The project aimed to evaluate the quality of life and the decisionmaking ability of elderly that participated in socio-therapy groups ("elderly groups") using two questionnaires. The WHOQOL-OLD evaluated the quality of life of aged individuals and the Questionnaire of Psychological and Moral Development measured their decisionmaking ability. Both questionnaires were printed and delivered to the participants along with the Informed Consent Form, which was approved by the Research Ethics Committee of the Pontifícia Universidade Católica do Rio Grande do Sul. This form took into account all important points that assured protection and correct information about the goals of the research that would be conveyed to the participants. In developing this research, support was sought from the Health Department and the City Council for the Elderly.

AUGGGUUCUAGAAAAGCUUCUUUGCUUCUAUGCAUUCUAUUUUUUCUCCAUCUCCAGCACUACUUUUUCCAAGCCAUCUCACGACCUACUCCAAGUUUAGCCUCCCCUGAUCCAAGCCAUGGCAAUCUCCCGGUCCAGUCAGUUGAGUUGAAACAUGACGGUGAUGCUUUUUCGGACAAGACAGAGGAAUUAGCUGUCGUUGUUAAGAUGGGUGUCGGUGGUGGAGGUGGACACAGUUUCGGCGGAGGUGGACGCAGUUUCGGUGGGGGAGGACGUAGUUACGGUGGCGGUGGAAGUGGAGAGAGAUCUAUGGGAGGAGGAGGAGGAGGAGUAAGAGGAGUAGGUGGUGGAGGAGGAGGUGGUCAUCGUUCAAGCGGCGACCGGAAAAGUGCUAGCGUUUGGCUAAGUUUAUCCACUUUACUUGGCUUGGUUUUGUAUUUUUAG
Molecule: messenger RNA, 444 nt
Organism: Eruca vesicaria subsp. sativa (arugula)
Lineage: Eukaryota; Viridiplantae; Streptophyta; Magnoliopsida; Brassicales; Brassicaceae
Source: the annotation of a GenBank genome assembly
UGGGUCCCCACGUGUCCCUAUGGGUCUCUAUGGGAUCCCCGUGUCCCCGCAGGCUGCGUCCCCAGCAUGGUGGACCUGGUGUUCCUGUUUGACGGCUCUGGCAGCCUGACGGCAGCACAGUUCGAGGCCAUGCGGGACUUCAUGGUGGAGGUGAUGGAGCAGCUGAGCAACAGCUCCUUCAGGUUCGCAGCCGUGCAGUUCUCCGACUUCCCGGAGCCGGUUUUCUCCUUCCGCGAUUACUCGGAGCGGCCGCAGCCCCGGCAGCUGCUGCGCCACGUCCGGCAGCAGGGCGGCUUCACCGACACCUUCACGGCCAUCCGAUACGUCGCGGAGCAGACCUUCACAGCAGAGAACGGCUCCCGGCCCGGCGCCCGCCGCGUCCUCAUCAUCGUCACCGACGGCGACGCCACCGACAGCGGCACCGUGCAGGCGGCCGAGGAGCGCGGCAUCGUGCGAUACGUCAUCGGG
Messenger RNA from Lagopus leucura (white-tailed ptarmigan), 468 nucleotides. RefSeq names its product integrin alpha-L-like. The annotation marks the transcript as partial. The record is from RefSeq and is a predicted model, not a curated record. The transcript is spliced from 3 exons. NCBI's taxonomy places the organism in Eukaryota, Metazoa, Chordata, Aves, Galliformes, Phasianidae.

In order to recruit individuals to participate in the project, the researcher contacted by telephone the president of each group of seniors to fix an appropriate date to interview the participants.
After the first phone contact the researcher noted a certain resistance from the president of the group. An additional difficulty was encountered: the president had difficulties expressing herself in Portuguese (most of the inhabitants of that location use a local German dialect). During the phone call, the researcher introduced herself as physiotherapist, briefly explained the goals of the research, and mentioned the support by the local City Council for the Elderly.
The first visit left the group uncomfortable and the president made it clear that they could answer any questions but would not sign any sort of documentation.